How Can I Turn My Children Into Harvard Organists?
The Harvard Crimson has a great story about the organist at Memorial Church. He's only 31 but he's stepping down after four years there. We learn:
Lane grew up in Walkersville, Maryland, a small rural town that Lane has watched transform into suburbia for nearby Washington D.C. and Baltimore.
Although his family was not particularly musical, Lane says that he always gravitated towards music. According to Lane, his mother briefly studied piano while pregnant with him.
“I’ve always wondered whether that explains my musical bent,” he says.
He started to play the piano at the age of five, attending his first piano lesson on his first day of kindergarten. A year or two later, Lane had moved on to the organ.
Since Lane’s father is a pastor, Lane had access to an organ from an early age. The entrepreneurial youth used his talents to play for the church to supplement his allowance.
“I never practiced enough,” Lane says.
But although he attributes some of his technical deficiencies to his sparse practicing, he says that he appreciated the freedom to explore and develop his talents independently, developing a life long love for music and the organ.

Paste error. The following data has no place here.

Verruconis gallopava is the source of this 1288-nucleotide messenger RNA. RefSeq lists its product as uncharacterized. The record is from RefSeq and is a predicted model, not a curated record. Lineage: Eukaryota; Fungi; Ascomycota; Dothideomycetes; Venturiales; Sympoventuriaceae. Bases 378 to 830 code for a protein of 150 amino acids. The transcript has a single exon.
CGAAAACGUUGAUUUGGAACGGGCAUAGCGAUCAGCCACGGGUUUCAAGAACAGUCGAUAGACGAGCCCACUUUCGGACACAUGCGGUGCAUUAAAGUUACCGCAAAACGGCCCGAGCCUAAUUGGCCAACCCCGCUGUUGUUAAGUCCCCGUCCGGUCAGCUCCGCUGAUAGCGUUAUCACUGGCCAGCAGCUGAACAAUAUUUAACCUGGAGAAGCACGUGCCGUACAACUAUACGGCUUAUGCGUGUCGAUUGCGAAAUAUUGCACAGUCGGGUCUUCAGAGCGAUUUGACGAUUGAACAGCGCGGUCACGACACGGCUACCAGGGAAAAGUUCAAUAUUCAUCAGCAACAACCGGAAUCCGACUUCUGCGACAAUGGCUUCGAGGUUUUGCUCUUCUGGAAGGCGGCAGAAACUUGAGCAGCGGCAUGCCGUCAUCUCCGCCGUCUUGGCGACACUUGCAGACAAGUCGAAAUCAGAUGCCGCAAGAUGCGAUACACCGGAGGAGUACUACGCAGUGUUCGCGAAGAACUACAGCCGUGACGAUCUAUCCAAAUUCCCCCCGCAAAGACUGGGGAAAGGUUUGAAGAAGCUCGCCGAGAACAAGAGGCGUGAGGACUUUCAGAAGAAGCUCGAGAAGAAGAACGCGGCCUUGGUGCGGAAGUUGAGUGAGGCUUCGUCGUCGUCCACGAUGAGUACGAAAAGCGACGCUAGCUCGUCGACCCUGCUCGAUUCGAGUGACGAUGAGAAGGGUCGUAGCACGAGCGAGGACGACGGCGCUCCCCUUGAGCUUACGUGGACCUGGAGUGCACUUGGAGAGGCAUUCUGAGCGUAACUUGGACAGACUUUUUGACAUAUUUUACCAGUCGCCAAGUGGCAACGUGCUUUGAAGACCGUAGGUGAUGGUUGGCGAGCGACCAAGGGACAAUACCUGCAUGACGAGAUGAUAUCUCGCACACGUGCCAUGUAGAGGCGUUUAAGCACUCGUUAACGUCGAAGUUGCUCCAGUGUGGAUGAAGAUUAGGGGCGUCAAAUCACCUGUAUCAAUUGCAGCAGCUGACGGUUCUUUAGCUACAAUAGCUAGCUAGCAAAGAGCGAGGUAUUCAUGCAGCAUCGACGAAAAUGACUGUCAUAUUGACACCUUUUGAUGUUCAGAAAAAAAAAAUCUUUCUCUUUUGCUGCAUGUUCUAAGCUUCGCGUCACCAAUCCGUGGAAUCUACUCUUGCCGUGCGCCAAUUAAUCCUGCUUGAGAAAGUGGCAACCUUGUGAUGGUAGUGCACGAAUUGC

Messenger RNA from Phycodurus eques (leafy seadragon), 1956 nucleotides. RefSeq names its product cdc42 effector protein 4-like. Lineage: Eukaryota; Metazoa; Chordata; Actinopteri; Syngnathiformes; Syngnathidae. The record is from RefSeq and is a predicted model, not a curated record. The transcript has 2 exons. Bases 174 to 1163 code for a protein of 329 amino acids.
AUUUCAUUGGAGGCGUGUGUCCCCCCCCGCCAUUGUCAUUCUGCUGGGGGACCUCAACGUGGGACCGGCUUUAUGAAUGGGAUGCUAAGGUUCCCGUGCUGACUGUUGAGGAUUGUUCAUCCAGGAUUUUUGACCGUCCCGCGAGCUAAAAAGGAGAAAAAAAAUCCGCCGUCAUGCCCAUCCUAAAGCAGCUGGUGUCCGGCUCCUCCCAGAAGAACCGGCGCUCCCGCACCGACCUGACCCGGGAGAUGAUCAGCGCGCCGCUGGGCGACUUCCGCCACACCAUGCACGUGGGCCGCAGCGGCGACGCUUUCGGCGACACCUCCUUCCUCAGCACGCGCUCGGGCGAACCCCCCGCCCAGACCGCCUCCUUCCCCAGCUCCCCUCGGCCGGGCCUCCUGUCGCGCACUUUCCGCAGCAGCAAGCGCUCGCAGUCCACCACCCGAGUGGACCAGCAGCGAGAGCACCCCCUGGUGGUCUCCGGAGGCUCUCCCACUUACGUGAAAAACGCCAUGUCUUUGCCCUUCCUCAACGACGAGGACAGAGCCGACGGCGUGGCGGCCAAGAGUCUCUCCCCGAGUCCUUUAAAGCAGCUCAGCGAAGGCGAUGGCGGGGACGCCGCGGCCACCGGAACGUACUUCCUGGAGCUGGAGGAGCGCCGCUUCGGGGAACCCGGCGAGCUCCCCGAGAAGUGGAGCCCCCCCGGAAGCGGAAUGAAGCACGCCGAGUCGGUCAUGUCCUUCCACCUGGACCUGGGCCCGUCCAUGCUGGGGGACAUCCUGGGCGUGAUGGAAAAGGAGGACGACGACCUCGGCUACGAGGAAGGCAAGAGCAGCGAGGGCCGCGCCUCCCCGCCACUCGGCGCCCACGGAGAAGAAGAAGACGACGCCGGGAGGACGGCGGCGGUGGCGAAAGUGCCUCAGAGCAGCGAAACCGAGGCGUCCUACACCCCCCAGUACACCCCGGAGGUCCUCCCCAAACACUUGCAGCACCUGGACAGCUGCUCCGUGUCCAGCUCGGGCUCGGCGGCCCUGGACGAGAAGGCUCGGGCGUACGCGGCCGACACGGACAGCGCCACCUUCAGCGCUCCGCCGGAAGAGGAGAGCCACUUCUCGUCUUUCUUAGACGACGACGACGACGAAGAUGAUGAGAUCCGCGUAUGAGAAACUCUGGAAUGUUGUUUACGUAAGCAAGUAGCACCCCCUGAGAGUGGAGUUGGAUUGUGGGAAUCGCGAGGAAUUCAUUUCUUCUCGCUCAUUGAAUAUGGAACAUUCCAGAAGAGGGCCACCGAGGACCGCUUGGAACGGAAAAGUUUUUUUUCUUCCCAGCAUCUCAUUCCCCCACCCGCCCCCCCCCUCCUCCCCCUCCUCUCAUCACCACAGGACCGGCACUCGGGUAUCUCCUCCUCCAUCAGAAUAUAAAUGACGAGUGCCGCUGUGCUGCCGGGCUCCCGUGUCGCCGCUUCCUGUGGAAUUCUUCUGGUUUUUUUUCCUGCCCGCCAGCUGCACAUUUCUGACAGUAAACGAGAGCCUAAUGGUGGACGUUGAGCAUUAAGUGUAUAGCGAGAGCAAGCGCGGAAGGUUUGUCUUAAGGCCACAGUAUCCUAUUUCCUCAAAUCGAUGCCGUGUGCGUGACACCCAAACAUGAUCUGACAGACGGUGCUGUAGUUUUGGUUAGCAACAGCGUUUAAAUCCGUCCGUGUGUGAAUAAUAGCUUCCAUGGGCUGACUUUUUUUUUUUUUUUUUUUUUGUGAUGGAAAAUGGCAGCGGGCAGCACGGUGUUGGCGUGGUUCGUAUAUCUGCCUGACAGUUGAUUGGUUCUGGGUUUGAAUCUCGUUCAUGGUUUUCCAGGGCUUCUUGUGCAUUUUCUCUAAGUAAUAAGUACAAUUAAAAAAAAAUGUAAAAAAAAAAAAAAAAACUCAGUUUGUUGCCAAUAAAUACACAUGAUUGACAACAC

Still, “I never set out to be an organist,” says Lane, who was involved in musical theater throughout high school and hoped to move to New York after graduation.
My dad's a pastor and my parents gave us piano lessons from a young age. You would never know that I had 12 years of lessons, however. My brother and sister, on the other hand, play beautifully. My sister is a great accompanist and my brother is one of those guys that can play by ear. Meanwhile, I ... struggle.
But I'm so thankful my parents gave us lessons. So we'll get the kids started soon and hope they end up liking them as much as Lane here.
I'm curious if any musicians here have good advice about how parents can support their children in this regard. Tips for what to do and what not to do would be most appreciated.